By Robbie Owens

DALLAS (CBSDFW.COM) – Botham Jean. Atatiana Jefferson. Jordan Edwards.

Sadly, tragedy explains why we know their names, and those just from North Texas.

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“You get the call, and your life immediately changes,” says Alissa Charles-Findley, Botham Jean’s sister.

For the families of those who die at the hands of police, often it is that life altering loss that launches them into positions for which no one applies: grief fueled social activism.

“You have no choice, because immediately you have to start that fight,” says Charles-Findley. “You’re fighting the system, you have to get justice for your loved ones and while all this is happening you meet other families, so you support other families.”

Botham Jean, a Dallas accountant, shot to death in his own apartment in 2018 while watching TV and eating ice cream.

Amber Guyger, a former Dallas police officer, was convicted of murder in his death and is serving a 10-year prison sentence.

Guyger told jurors that she entered Jean’s apartment thinking it was her own and believed him to be an intruder.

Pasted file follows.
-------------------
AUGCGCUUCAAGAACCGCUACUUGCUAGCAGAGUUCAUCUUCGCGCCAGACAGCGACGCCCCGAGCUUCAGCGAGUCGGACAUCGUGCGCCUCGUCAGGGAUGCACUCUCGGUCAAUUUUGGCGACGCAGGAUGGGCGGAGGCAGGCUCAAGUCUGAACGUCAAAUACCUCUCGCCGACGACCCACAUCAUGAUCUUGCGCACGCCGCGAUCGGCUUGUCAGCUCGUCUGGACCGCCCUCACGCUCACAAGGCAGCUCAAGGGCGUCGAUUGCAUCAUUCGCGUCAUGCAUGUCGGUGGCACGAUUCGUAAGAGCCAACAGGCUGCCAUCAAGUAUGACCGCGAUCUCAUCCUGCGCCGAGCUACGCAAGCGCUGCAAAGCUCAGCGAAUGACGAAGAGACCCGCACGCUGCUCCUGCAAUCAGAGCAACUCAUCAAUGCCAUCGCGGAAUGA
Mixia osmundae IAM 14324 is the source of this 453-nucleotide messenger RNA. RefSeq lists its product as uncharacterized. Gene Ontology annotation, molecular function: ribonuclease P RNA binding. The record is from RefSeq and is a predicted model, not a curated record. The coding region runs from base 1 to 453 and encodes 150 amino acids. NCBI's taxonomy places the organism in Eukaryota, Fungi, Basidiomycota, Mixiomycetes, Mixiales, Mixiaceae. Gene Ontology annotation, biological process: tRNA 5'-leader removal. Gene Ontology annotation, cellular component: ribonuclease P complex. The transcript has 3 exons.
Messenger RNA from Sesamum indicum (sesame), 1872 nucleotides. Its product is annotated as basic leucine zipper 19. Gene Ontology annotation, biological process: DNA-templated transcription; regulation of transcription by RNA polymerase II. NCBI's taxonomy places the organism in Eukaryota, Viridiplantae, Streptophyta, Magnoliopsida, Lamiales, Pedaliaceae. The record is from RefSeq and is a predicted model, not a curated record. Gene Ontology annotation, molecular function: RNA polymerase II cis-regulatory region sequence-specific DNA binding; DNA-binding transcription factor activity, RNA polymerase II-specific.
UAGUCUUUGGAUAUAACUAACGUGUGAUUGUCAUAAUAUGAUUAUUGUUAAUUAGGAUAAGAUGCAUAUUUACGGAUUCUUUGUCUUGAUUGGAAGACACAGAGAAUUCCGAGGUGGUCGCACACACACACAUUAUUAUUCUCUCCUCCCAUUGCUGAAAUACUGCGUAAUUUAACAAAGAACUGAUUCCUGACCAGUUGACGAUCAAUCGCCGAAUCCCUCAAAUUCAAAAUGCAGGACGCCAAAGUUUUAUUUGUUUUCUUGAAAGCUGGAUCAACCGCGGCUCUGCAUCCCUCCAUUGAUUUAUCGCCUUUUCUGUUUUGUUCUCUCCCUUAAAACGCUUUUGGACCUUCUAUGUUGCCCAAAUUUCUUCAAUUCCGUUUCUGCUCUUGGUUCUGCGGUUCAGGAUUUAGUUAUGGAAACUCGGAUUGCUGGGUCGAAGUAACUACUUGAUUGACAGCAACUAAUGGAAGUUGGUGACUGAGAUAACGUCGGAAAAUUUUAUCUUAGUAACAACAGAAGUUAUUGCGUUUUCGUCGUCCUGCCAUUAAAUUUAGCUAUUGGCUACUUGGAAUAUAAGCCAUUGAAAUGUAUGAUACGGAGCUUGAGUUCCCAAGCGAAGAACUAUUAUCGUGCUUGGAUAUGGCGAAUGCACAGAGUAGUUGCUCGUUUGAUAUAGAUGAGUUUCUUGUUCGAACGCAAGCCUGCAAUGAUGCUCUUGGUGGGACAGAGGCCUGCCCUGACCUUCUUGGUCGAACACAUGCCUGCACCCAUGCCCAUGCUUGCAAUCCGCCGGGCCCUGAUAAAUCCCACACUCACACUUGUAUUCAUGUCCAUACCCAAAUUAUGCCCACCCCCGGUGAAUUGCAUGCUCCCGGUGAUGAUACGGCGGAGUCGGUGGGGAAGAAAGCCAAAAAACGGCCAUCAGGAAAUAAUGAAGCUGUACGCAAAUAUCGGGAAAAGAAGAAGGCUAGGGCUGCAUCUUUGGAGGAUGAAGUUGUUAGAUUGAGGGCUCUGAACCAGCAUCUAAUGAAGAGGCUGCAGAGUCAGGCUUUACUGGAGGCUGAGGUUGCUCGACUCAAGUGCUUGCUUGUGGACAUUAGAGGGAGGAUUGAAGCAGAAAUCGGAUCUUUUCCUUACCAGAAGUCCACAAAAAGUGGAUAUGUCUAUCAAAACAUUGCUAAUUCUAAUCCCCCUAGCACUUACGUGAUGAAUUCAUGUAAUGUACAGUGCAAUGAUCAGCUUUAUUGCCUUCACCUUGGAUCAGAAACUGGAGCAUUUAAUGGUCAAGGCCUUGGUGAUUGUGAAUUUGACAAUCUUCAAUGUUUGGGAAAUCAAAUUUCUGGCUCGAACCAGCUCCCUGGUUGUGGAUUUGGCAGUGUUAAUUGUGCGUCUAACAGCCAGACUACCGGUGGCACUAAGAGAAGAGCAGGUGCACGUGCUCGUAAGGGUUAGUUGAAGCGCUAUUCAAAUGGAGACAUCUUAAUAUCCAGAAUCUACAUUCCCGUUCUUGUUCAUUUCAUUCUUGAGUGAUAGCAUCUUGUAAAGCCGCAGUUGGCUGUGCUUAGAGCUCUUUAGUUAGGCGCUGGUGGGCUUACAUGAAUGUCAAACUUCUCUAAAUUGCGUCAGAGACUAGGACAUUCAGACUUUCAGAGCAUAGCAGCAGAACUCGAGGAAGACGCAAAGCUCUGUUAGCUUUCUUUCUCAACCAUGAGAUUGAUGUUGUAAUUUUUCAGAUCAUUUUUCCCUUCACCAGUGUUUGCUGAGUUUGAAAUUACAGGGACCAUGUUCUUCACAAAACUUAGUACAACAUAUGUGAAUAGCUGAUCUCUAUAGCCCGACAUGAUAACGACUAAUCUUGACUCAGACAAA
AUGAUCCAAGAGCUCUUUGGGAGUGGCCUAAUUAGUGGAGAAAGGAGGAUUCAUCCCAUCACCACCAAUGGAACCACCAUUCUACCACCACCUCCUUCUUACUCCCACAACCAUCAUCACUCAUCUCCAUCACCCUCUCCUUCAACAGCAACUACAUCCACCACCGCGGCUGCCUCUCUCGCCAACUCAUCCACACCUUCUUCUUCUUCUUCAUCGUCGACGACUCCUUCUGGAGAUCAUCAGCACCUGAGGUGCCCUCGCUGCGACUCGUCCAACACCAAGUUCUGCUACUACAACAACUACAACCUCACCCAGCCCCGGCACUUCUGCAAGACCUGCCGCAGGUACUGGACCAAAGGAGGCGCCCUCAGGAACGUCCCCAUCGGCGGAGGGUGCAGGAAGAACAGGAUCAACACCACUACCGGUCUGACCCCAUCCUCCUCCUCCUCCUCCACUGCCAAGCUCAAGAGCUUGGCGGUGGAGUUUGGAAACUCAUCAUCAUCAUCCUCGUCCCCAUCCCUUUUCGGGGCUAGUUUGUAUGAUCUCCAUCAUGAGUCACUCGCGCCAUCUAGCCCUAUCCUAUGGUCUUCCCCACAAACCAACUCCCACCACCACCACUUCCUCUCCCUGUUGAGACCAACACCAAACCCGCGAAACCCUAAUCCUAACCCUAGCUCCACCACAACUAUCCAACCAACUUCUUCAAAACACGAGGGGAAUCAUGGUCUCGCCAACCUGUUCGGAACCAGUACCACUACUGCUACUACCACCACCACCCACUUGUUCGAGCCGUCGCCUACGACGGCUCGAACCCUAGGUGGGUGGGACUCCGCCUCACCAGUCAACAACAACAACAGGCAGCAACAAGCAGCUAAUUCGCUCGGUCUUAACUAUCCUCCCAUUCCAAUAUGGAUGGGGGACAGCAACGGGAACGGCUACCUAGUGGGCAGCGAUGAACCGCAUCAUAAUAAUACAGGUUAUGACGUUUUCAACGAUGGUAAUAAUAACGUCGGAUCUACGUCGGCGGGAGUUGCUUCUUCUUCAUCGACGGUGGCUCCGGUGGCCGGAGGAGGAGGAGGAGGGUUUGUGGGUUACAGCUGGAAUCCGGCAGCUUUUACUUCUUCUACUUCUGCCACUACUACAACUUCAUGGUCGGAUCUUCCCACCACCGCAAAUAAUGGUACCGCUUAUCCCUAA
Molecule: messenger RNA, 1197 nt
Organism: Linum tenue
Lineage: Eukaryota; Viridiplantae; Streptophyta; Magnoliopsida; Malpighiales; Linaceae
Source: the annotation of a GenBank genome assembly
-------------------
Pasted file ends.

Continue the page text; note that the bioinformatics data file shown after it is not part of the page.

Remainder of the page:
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Nothing for the Jean family will ever be the same.

His mother, Allison Jean, told reporters they are the “involuntary club” of also-grieving comforters.

“Last year while trying to grapple with Covid-19, there I was still grieving with Ahmaud Arbery’s mom, with Breonna Taylor’s mom, with the George Floyd family,” says Jean, speaking to reporters last week before the city renamed the street in front of Dallas Police Headquarters in Botham’s honor. “So many, I just stopped counting.”

Earlier this year, Philonese Floyd, George Floyd’s brother, spoke at The Black Academy of Arts & Letters Annual MLK Civil Rights Concert and told CBS 11, “You have to understand, on the day of his funeral I had to fly the next day, I had to testify before Congress. I never had the chance to grieve.”

The families’ activism took them from Capitol Hill to the Texas State House, determined to leverage their pain into systemic change that could one day spare others.

“I just don’t want this to happen to anybody else,” says Floyd. “If I have to keep fighting, that’s what I’m going to have to do because too many people have died. His death will not be in vain.”

And yet another scene from the renaming ceremony reminds that even in the midst of victories, the heartache endures.

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“I miss my brother,” Charles-Findley told those assembled. Her voice breaking, her head bowing to the podium, as the tears flowed.